Cultural Compromise – Bible Study – Esther 1-2

Cultural Compromise – Bible Study – Esther 1-2

Bible Study

Esther Chapter 1 and 2 (NLT Version)

The book of Esther makes no mention of God and given all the available evidence, Esther was not a devout or practicing Jew.  In fact, she deliberately hid her identity as a Jew (Esther 2:10).  She ignored Jewish dietary laws (Esther 2:9).  She is part of a harem, the sexual nature of which is quite clear.  Esther must go to the king at night and “please” him and having successfully pleased the gentile king, Esther is made his queen.  Intermarriage between gentiles and Jews is a direct violation of Jewish law (Deut. 7: 3-4) and one of the reasons why the Jews were sent into exile in the first place.  Esther and her uncle, Mordecai, have so completely disappeared into this foreign and pagan culture that neither even seems to use their Jewish names.  The name Mordecai is derivative of the Babylonian God Marduk and Esther (whose real name is Hadassah) is a Persian name meaning “star.”  In contrast to Daniel, Ezra, and Nehemiah; Esther chose compromise and fitting in over standing apart from the pagan culture that surrounded her.

In this we understand Esther.  Sometimes it’s just easier to “go with the flow.”  We might know that the Bible supports things like tithing, Sabbath keeping, and sexual purity; however, the world around us certainly does not.  It is hard to continually fight against the flow of a culture that does not know or understand our values.  Moreover, failing to compromise and live according to the values and systems of the world around us can be detrimental.  We might suppose that the Bible wants us to be honest and kind or to demonstrate grace and love; however, doing those things in a culture which does not value them can be more trouble than it is worth.  Does God really want us to be ostracized?  Being labeled as a “goody two shoes” is probably not the best way to witness and certainly never helped anyone get ahead in life.  We understand Esther’s compromises, because truthfully most of us have also compromised.

The bad news is that God takes compromise seriously.  Joshua laid it out for the Israelites when they entered the Promised Land – “choose for yourselves this day whom you will serve” (Joshua 24:15). They could either follow false gods and live like the neighboring people or live as separate people who followed the laws that Moses had given them in the wilderness.  Jesus warned his disciples against compromise even if it means personal ease or worldly gain, saying “If anyone would come after me, he must deny himself and take up his cross and follow me” (Mark 8: 34).  Paul wrote to the early Christians in Rome and urged them to live in a way counter to the culture that surrounded them:  Do not conform any longer to the pattern of this world, but be transformed by the renewing of your mind. Then you will be able to test and approve what God’s will is–his good, pleasing and perfect will (Romans 12:2 NIV). Even Peter described followers as strangers and aliens (1 Peter 2:11).  Compromise dilutes our witness and imperils our souls.  Believers cannot be said to truly “believe” if they continue to act counter to those beliefs.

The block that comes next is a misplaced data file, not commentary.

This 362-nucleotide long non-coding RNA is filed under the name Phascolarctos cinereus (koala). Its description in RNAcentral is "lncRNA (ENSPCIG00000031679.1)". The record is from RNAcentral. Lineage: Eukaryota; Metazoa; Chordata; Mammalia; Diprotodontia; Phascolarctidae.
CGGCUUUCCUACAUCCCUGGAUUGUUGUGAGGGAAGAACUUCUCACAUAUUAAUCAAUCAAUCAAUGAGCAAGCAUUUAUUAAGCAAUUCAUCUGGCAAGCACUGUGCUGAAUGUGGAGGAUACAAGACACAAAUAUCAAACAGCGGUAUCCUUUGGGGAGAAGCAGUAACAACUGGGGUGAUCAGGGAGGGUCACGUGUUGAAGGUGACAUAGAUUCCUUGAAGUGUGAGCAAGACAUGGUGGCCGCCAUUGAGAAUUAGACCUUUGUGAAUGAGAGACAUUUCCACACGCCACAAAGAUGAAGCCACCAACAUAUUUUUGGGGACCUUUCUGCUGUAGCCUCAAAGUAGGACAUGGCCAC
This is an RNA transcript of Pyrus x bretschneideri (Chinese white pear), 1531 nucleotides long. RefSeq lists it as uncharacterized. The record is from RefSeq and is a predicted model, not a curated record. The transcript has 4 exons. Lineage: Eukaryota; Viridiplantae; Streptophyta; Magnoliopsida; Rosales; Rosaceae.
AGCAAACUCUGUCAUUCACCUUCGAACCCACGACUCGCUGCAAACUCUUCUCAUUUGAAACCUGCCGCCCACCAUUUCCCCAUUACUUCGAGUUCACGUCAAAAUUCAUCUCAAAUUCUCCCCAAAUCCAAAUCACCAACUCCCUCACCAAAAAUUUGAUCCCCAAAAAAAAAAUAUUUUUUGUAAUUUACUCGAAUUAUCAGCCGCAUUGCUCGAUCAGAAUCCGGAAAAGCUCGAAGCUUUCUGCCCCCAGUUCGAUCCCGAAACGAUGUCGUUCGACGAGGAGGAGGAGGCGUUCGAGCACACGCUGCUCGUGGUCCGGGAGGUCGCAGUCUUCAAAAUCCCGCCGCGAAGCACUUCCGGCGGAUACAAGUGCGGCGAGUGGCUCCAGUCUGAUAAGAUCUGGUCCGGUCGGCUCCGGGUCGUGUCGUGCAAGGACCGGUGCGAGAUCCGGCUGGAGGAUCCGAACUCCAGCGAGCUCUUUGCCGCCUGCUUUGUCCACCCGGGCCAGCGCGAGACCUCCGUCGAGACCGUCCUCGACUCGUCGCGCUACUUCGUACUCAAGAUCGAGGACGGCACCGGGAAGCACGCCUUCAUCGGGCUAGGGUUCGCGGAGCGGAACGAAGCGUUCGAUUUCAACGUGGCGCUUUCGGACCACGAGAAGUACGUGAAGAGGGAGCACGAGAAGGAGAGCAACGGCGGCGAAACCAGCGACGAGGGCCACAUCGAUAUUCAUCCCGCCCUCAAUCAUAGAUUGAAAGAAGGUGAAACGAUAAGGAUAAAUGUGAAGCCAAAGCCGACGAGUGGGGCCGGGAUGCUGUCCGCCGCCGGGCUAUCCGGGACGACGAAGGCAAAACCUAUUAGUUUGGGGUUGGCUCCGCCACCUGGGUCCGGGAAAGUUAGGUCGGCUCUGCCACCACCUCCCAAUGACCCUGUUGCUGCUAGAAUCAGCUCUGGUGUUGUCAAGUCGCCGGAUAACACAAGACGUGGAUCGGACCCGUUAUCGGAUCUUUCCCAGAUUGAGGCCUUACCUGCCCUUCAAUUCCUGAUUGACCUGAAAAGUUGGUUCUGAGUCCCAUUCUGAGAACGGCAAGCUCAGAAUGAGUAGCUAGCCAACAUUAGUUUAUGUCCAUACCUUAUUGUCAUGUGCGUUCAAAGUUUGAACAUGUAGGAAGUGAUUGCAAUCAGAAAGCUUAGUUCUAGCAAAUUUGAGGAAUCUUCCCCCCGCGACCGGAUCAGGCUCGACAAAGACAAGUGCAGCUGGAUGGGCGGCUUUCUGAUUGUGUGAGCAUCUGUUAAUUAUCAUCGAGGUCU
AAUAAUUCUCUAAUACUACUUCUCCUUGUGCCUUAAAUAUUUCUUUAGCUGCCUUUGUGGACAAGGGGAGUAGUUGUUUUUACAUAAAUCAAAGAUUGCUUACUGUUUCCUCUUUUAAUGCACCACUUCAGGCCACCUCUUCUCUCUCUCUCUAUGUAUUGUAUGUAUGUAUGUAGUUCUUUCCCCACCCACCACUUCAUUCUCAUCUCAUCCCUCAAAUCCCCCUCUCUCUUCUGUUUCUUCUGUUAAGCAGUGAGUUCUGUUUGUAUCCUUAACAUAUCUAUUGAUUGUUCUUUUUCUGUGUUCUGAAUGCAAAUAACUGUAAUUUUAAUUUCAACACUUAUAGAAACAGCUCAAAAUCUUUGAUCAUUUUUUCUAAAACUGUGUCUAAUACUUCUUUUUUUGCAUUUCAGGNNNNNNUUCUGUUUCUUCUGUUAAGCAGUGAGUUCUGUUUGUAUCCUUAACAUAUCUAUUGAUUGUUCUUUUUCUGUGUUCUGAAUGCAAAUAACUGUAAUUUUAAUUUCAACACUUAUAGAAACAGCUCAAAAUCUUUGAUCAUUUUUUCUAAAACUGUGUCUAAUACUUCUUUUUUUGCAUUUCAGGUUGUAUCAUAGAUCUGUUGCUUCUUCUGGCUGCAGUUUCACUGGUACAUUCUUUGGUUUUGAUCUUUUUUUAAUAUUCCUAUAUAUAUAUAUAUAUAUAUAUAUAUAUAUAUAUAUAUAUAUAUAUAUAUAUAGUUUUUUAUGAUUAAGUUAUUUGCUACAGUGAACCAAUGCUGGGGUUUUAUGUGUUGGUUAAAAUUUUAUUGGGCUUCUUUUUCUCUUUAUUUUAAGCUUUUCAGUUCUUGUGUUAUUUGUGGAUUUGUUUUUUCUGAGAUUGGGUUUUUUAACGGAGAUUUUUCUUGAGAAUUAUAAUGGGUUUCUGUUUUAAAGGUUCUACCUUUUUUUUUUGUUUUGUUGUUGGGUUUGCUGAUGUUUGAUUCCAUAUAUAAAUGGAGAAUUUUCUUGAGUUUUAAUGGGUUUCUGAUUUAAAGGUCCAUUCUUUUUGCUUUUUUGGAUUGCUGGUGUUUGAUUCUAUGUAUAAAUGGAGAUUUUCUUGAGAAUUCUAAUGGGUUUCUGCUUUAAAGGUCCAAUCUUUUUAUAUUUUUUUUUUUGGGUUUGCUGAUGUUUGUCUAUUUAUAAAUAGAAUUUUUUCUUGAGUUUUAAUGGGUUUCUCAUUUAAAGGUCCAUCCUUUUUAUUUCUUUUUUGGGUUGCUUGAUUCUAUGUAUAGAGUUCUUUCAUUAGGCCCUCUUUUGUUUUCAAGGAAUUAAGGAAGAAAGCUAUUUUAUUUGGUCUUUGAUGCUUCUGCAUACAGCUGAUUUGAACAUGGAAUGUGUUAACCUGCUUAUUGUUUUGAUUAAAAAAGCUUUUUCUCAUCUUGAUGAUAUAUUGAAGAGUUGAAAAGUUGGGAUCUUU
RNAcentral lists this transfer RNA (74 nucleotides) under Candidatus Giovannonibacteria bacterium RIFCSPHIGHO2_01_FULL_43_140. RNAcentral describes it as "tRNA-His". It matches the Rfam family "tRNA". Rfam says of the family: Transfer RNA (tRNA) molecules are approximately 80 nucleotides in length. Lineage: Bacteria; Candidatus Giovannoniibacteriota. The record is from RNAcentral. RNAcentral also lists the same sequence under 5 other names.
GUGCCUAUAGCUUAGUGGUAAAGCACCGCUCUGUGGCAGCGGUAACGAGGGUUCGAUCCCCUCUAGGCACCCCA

The good news is that despite Esther’s compromise, God still chose to use her.  God might not be mentioned explicitly in the book of Esther, but make no mistake even as the characters seem to act in ways that ignore God’s authority and existence, God is still operating.  God is still in control and God worked powerfully through the circumstances in Esther’s life.  Even if we have compromised in ways big and small, God is not done with us.  God is not giving up on us.  God still wants to use us and to see his will accomplished not just in our personal lives but in his world. According to the Theology of Work Bible Commentary “Past hypocrisy is no excuse for failing to heed what God needs from you now. Prior misuse of your God-given abilities is no reason to believe you cannot employ them for God’s good purposes today. Esther is the model for all of us who have fallen short of the glory of God. You cannot say, ‘If you knew how many ethical shortcomings I made to get here — I can’t be of any use to God now.’”[1]


  1. In what ways do Christians compromise and attempt to hide our true identities in Christ?
  2. Why do Christians compromise?
  3. Do our compromises hurt or help the gospel? Why?

[1] the Theology of Work Project, Inc. Theology of Work Bible Commentary,  2014